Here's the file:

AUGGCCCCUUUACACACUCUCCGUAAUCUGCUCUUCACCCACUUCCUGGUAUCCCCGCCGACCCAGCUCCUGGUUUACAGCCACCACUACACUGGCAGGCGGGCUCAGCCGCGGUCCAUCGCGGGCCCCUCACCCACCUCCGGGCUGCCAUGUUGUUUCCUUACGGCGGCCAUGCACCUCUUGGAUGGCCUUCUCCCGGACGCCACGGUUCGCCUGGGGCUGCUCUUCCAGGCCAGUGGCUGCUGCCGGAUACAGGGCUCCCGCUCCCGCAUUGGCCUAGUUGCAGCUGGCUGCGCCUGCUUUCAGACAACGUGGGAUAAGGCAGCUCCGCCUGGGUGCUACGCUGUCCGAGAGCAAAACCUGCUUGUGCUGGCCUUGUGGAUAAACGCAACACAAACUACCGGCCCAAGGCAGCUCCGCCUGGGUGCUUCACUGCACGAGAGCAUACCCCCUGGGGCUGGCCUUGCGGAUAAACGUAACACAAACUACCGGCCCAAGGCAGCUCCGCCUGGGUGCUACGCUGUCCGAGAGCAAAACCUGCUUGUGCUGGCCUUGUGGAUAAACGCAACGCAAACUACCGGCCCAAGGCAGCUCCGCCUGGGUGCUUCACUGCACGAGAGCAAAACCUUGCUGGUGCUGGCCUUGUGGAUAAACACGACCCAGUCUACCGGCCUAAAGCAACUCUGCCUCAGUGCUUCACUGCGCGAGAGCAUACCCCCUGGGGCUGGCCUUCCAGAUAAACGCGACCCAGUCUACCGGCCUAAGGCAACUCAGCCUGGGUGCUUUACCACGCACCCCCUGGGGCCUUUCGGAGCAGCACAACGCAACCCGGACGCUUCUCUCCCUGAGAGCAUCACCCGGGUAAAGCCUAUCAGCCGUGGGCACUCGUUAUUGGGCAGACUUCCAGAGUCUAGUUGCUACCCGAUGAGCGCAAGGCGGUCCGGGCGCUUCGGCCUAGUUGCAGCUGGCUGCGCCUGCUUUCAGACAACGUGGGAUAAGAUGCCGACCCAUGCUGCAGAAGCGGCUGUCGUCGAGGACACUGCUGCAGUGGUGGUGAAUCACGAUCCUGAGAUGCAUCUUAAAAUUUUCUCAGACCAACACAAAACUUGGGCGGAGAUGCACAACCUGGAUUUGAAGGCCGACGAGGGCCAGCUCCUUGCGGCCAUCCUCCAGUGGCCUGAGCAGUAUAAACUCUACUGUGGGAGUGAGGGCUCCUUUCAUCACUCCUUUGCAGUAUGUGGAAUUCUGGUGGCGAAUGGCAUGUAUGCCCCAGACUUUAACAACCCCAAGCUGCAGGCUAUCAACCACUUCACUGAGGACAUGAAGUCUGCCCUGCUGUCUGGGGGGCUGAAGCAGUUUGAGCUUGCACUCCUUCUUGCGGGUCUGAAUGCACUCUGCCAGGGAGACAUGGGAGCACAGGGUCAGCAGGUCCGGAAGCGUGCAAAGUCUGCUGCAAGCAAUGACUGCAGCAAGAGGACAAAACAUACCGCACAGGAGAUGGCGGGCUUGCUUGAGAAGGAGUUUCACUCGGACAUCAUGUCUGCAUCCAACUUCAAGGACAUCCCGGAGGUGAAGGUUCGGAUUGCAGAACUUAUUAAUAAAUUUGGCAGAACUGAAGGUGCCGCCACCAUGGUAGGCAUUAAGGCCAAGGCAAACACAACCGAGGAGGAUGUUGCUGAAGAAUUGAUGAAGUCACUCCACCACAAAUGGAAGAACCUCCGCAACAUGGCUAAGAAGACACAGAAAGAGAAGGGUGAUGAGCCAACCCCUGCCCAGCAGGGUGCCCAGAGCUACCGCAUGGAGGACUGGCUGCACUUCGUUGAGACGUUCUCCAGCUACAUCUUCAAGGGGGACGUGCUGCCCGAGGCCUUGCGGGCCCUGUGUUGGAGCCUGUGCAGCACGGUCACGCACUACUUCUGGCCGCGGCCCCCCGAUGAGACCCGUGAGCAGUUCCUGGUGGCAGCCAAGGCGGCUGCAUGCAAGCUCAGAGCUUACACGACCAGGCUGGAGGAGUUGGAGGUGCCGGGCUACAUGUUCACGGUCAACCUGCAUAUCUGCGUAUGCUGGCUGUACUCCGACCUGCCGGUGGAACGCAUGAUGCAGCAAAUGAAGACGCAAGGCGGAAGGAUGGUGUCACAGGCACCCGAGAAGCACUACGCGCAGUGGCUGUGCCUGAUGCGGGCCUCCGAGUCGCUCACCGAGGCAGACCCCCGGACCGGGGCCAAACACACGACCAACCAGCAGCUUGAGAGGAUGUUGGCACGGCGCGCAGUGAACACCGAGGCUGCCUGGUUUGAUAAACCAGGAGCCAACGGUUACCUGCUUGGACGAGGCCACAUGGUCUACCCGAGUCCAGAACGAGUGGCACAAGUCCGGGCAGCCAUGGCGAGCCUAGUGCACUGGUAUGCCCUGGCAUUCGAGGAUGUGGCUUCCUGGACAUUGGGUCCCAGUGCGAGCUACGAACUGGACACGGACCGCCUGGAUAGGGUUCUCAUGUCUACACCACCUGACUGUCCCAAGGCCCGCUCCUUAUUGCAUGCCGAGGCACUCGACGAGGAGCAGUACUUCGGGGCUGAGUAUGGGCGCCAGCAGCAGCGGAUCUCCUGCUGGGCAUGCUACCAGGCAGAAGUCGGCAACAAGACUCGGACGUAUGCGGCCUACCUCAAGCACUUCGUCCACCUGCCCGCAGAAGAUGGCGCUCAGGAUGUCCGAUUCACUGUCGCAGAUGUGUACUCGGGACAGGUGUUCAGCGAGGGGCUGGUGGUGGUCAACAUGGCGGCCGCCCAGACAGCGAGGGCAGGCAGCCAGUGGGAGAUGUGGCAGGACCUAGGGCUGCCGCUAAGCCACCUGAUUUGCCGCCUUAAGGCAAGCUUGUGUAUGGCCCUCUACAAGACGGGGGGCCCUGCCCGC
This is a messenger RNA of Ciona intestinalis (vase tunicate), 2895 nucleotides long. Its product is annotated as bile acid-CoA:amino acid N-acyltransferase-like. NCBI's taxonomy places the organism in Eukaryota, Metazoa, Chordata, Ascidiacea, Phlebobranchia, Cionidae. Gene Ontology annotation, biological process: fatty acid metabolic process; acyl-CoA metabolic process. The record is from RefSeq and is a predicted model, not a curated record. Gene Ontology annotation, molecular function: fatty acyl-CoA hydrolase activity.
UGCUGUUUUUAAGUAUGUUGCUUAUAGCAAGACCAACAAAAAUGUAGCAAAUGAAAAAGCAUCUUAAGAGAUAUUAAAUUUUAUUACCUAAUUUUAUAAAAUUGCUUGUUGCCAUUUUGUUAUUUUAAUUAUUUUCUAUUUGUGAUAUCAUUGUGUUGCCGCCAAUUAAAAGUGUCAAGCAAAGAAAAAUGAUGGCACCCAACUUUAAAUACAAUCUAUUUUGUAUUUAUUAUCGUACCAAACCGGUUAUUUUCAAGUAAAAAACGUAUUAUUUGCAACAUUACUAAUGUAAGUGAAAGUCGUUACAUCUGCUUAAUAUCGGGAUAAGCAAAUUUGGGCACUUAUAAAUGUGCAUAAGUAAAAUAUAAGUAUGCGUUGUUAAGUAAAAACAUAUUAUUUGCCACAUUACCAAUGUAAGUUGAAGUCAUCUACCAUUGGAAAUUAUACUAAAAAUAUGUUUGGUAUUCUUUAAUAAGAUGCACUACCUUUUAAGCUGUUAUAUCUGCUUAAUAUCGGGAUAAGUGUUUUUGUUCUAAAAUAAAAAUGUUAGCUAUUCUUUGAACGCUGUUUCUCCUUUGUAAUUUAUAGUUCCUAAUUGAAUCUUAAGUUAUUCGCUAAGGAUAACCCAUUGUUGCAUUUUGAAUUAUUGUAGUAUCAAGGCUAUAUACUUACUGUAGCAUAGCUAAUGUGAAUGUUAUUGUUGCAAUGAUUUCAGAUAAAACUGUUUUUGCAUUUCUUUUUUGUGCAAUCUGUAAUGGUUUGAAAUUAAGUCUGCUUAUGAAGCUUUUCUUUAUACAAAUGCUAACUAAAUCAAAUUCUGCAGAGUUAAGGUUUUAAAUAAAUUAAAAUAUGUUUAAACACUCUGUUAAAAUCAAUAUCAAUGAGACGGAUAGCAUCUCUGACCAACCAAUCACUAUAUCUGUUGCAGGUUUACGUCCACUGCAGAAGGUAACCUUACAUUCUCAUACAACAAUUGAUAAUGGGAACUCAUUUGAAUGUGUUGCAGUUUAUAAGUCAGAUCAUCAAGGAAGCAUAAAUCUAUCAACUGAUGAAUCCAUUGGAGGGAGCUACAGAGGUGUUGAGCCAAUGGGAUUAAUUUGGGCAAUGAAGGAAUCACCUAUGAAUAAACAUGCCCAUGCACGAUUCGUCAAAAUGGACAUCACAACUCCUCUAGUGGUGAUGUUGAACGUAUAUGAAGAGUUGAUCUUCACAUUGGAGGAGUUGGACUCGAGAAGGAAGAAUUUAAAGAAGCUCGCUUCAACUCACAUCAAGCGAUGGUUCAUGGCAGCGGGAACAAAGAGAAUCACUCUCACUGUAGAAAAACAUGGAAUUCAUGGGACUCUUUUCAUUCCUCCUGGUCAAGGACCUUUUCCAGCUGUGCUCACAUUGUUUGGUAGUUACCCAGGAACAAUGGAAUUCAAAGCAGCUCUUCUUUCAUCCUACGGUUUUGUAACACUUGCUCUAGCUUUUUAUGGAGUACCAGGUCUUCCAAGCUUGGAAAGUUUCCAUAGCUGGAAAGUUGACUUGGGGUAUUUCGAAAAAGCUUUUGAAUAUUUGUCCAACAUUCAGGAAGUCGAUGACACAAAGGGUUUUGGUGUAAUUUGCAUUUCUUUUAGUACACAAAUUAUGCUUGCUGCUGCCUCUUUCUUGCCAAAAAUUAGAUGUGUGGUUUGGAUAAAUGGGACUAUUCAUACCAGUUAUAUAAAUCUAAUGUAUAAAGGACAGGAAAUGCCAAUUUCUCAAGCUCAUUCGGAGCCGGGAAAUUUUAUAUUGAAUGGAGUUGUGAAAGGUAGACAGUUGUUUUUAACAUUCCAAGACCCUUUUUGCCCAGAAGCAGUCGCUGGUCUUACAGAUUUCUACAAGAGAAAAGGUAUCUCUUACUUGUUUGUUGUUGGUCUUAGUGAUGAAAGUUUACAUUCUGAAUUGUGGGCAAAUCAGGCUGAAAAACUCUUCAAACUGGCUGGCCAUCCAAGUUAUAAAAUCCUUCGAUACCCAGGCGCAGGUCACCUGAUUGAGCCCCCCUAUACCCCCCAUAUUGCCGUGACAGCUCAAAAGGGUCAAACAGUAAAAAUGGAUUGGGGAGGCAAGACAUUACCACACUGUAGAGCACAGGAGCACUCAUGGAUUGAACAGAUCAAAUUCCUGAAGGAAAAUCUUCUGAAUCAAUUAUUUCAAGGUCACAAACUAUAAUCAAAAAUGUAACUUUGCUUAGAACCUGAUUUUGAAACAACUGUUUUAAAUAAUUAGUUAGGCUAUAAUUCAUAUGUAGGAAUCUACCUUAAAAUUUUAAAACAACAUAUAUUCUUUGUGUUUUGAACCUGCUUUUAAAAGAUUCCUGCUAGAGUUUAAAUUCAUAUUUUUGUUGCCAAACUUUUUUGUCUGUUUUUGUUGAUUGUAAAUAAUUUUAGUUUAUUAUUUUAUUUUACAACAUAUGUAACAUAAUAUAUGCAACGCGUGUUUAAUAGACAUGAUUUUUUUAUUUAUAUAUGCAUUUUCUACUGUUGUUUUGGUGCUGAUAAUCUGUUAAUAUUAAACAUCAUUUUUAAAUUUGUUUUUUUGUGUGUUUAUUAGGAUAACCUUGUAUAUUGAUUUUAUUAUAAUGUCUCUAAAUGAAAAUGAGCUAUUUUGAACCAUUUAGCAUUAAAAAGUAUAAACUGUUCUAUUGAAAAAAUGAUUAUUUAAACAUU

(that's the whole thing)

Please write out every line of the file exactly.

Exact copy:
AUGGCCCCUUUACACACUCUCCGUAAUCUGCUCUUCACCCACUUCCUGGUAUCCCCGCCGACCCAGCUCCUGGUUUACAGCCACCACUACACUGGCAGGCGGGCUCAGCCGCGGUCCAUCGCGGGCCCCUCACCCACCUCCGGGCUGCCAUGUUGUUUCCUUACGGCGGCCAUGCACCUCUUGGAUGGCCUUCUCCCGGACGCCACGGUUCGCCUGGGGCUGCUCUUCCAGGCCAGUGGCUGCUGCCGGAUACAGGGCUCCCGCUCCCGCAUUGGCCUAGUUGCAGCUGGCUGCGCCUGCUUUCAGACAACGUGGGAUAAGGCAGCUCCGCCUGGGUGCUACGCUGUCCGAGAGCAAAACCUGCUUGUGCUGGCCUUGUGGAUAAACGCAACACAAACUACCGGCCCAAGGCAGCUCCGCCUGGGUGCUUCACUGCACGAGAGCAUACCCCCUGGGGCUGGCCUUGCGGAUAAACGUAACACAAACUACCGGCCCAAGGCAGCUCCGCCUGGGUGCUACGCUGUCCGAGAGCAAAACCUGCUUGUGCUGGCCUUGUGGAUAAACGCAACGCAAACUACCGGCCCAAGGCAGCUCCGCCUGGGUGCUUCACUGCACGAGAGCAAAACCUUGCUGGUGCUGGCCUUGUGGAUAAACACGACCCAGUCUACCGGCCUAAAGCAACUCUGCCUCAGUGCUUCACUGCGCGAGAGCAUACCCCCUGGGGCUGGCCUUCCAGAUAAACGCGACCCAGUCUACCGGCCUAAGGCAACUCAGCCUGGGUGCUUUACCACGCACCCCCUGGGGCCUUUCGGAGCAGCACAACGCAACCCGGACGCUUCUCUCCCUGAGAGCAUCACCCGGGUAAAGCCUAUCAGCCGUGGGCACUCGUUAUUGGGCAGACUUCCAGAGUCUAGUUGCUACCCGAUGAGCGCAAGGCGGUCCGGGCGCUUCGGCCUAGUUGCAGCUGGCUGCGCCUGCUUUCAGACAACGUGGGAUAAGAUGCCGACCCAUGCUGCAGAAGCGGCUGUCGUCGAGGACACUGCUGCAGUGGUGGUGAAUCACGAUCCUGAGAUGCAUCUUAAAAUUUUCUCAGACCAACACAAAACUUGGGCGGAGAUGCACAACCUGGAUUUGAAGGCCGACGAGGGCCAGCUCCUUGCGGCCAUCCUCCAGUGGCCUGAGCAGUAUAAACUCUACUGUGGGAGUGAGGGCUCCUUUCAUCACUCCUUUGCAGUAUGUGGAAUUCUGGUGGCGAAUGGCAUGUAUGCCCCAGACUUUAACAACCCCAAGCUGCAGGCUAUCAACCACUUCACUGAGGACAUGAAGUCUGCCCUGCUGUCUGGGGGGCUGAAGCAGUUUGAGCUUGCACUCCUUCUUGCGGGUCUGAAUGCACUCUGCCAGGGAGACAUGGGAGCACAGGGUCAGCAGGUCCGGAAGCGUGCAAAGUCUGCUGCAAGCAAUGACUGCAGCAAGAGGACAAAACAUACCGCACAGGAGAUGGCGGGCUUGCUUGAGAAGGAGUUUCACUCGGACAUCAUGUCUGCAUCCAACUUCAAGGACAUCCCGGAGGUGAAGGUUCGGAUUGCAGAACUUAUUAAUAAAUUUGGCAGAACUGAAGGUGCCGCCACCAUGGUAGGCAUUAAGGCCAAGGCAAACACAACCGAGGAGGAUGUUGCUGAAGAAUUGAUGAAGUCACUCCACCACAAAUGGAAGAACCUCCGCAACAUGGCUAAGAAGACACAGAAAGAGAAGGGUGAUGAGCCAACCCCUGCCCAGCAGGGUGCCCAGAGCUACCGCAUGGAGGACUGGCUGCACUUCGUUGAGACGUUCUCCAGCUACAUCUUCAAGGGGGACGUGCUGCCCGAGGCCUUGCGGGCCCUGUGUUGGAGCCUGUGCAGCACGGUCACGCACUACUUCUGGCCGCGGCCCCCCGAUGAGACCCGUGAGCAGUUCCUGGUGGCAGCCAAGGCGGCUGCAUGCAAGCUCAGAGCUUACACGACCAGGCUGGAGGAGUUGGAGGUGCCGGGCUACAUGUUCACGGUCAACCUGCAUAUCUGCGUAUGCUGGCUGUACUCCGACCUGCCGGUGGAACGCAUGAUGCAGCAAAUGAAGACGCAAGGCGGAAGGAUGGUGUCACAGGCACCCGAGAAGCACUACGCGCAGUGGCUGUGCCUGAUGCGGGCCUCCGAGUCGCUCACCGAGGCAGACCCCCGGACCGGGGCCAAACACACGACCAACCAGCAGCUUGAGAGGAUGUUGGCACGGCGCGCAGUGAACACCGAGGCUGCCUGGUUUGAUAAACCAGGAGCCAACGGUUACCUGCUUGGACGAGGCCACAUGGUCUACCCGAGUCCAGAACGAGUGGCACAAGUCCGGGCAGCCAUGGCGAGCCUAGUGCACUGGUAUGCCCUGGCAUUCGAGGAUGUGGCUUCCUGGACAUUGGGUCCCAGUGCGAGCUACGAACUGGACACGGACCGCCUGGAUAGGGUUCUCAUGUCUACACCACCUGACUGUCCCAAGGCCCGCUCCUUAUUGCAUGCCGAGGCACUCGACGAGGAGCAGUACUUCGGGGCUGAGUAUGGGCGCCAGCAGCAGCGGAUCUCCUGCUGGGCAUGCUACCAGGCAGAAGUCGGCAACAAGACUCGGACGUAUGCGGCCUACCUCAAGCACUUCGUCCACCUGCCCGCAGAAGAUGGCGCUCAGGAUGUCCGAUUCACUGUCGCAGAUGUGUACUCGGGACAGGUGUUCAGCGAGGGGCUGGUGGUGGUCAACAUGGCGGCCGCCCAGACAGCGAGGGCAGGCAGCCAGUGGGAGAUGUGGCAGGACCUAGGGCUGCCGCUAAGCCACCUGAUUUGCCGCCUUAAGGCAAGCUUGUGUAUGGCCCUCUACAAGACGGGGGGCCCUGCCCGC
This is a messenger RNA of Ciona intestinalis (vase tunicate), 2895 nucleotides long. Its product is annotated as bile acid-CoA:amino acid N-acyltransferase-like. NCBI's taxonomy places the organism in Eukaryota, Metazoa, Chordata, Ascidiacea, Phlebobranchia, Cionidae. Gene Ontology annotation, biological process: fatty acid metabolic process; acyl-CoA metabolic process. The record is from RefSeq and is a predicted model, not a curated record. Gene Ontology annotation, molecular function: fatty acyl-CoA hydrolase activity.
UGCUGUUUUUAAGUAUGUUGCUUAUAGCAAGACCAACAAAAAUGUAGCAAAUGAAAAAGCAUCUUAAGAGAUAUUAAAUUUUAUUACCUAAUUUUAUAAAAUUGCUUGUUGCCAUUUUGUUAUUUUAAUUAUUUUCUAUUUGUGAUAUCAUUGUGUUGCCGCCAAUUAAAAGUGUCAAGCAAAGAAAAAUGAUGGCACCCAACUUUAAAUACAAUCUAUUUUGUAUUUAUUAUCGUACCAAACCGGUUAUUUUCAAGUAAAAAACGUAUUAUUUGCAACAUUACUAAUGUAAGUGAAAGUCGUUACAUCUGCUUAAUAUCGGGAUAAGCAAAUUUGGGCACUUAUAAAUGUGCAUAAGUAAAAUAUAAGUAUGCGUUGUUAAGUAAAAACAUAUUAUUUGCCACAUUACCAAUGUAAGUUGAAGUCAUCUACCAUUGGAAAUUAUACUAAAAAUAUGUUUGGUAUUCUUUAAUAAGAUGCACUACCUUUUAAGCUGUUAUAUCUGCUUAAUAUCGGGAUAAGUGUUUUUGUUCUAAAAUAAAAAUGUUAGCUAUUCUUUGAACGCUGUUUCUCCUUUGUAAUUUAUAGUUCCUAAUUGAAUCUUAAGUUAUUCGCUAAGGAUAACCCAUUGUUGCAUUUUGAAUUAUUGUAGUAUCAAGGCUAUAUACUUACUGUAGCAUAGCUAAUGUGAAUGUUAUUGUUGCAAUGAUUUCAGAUAAAACUGUUUUUGCAUUUCUUUUUUGUGCAAUCUGUAAUGGUUUGAAAUUAAGUCUGCUUAUGAAGCUUUUCUUUAUACAAAUGCUAACUAAAUCAAAUUCUGCAGAGUUAAGGUUUUAAAUAAAUUAAAAUAUGUUUAAACACUCUGUUAAAAUCAAUAUCAAUGAGACGGAUAGCAUCUCUGACCAACCAAUCACUAUAUCUGUUGCAGGUUUACGUCCACUGCAGAAGGUAACCUUACAUUCUCAUACAACAAUUGAUAAUGGGAACUCAUUUGAAUGUGUUGCAGUUUAUAAGUCAGAUCAUCAAGGAAGCAUAAAUCUAUCAACUGAUGAAUCCAUUGGAGGGAGCUACAGAGGUGUUGAGCCAAUGGGAUUAAUUUGGGCAAUGAAGGAAUCACCUAUGAAUAAACAUGCCCAUGCACGAUUCGUCAAAAUGGACAUCACAACUCCUCUAGUGGUGAUGUUGAACGUAUAUGAAGAGUUGAUCUUCACAUUGGAGGAGUUGGACUCGAGAAGGAAGAAUUUAAAGAAGCUCGCUUCAACUCACAUCAAGCGAUGGUUCAUGGCAGCGGGAACAAAGAGAAUCACUCUCACUGUAGAAAAACAUGGAAUUCAUGGGACUCUUUUCAUUCCUCCUGGUCAAGGACCUUUUCCAGCUGUGCUCACAUUGUUUGGUAGUUACCCAGGAACAAUGGAAUUCAAAGCAGCUCUUCUUUCAUCCUACGGUUUUGUAACACUUGCUCUAGCUUUUUAUGGAGUACCAGGUCUUCCAAGCUUGGAAAGUUUCCAUAGCUGGAAAGUUGACUUGGGGUAUUUCGAAAAAGCUUUUGAAUAUUUGUCCAACAUUCAGGAAGUCGAUGACACAAAGGGUUUUGGUGUAAUUUGCAUUUCUUUUAGUACACAAAUUAUGCUUGCUGCUGCCUCUUUCUUGCCAAAAAUUAGAUGUGUGGUUUGGAUAAAUGGGACUAUUCAUACCAGUUAUAUAAAUCUAAUGUAUAAAGGACAGGAAAUGCCAAUUUCUCAAGCUCAUUCGGAGCCGGGAAAUUUUAUAUUGAAUGGAGUUGUGAAAGGUAGACAGUUGUUUUUAACAUUCCAAGACCCUUUUUGCCCAGAAGCAGUCGCUGGUCUUACAGAUUUCUACAAGAGAAAAGGUAUCUCUUACUUGUUUGUUGUUGGUCUUAGUGAUGAAAGUUUACAUUCUGAAUUGUGGGCAAAUCAGGCUGAAAAACUCUUCAAACUGGCUGGCCAUCCAAGUUAUAAAAUCCUUCGAUACCCAGGCGCAGGUCACCUGAUUGAGCCCCCCUAUACCCCCCAUAUUGCCGUGACAGCUCAAAAGGGUCAAACAGUAAAAAUGGAUUGGGGAGGCAAGACAUUACCACACUGUAGAGCACAGGAGCACUCAUGGAUUGAACAGAUCAAAUUCCUGAAGGAAAAUCUUCUGAAUCAAUUAUUUCAAGGUCACAAACUAUAAUCAAAAAUGUAACUUUGCUUAGAACCUGAUUUUGAAACAACUGUUUUAAAUAAUUAGUUAGGCUAUAAUUCAUAUGUAGGAAUCUACCUUAAAAUUUUAAAACAACAUAUAUUCUUUGUGUUUUGAACCUGCUUUUAAAAGAUUCCUGCUAGAGUUUAAAUUCAUAUUUUUGUUGCCAAACUUUUUUGUCUGUUUUUGUUGAUUGUAAAUAAUUUUAGUUUAUUAUUUUAUUUUACAACAUAUGUAACAUAAUAUAUGCAACGCGUGUUUAAUAGACAUGAUUUUUUUAUUUAUAUAUGCAUUUUCUACUGUUGUUUUGGUGCUGAUAAUCUGUUAAUAUUAAACAUCAUUUUUAAAUUUGUUUUUUUGUGUGUUUAUUAGGAUAACCUUGUAUAUUGAUUUUAUUAUAAUGUCUCUAAAUGAAAAUGAGCUAUUUUGAACCAUUUAGCAUUAAAAAGUAUAAACUGUUCUAUUGAAAAAAUGAUUAUUUAAACAUU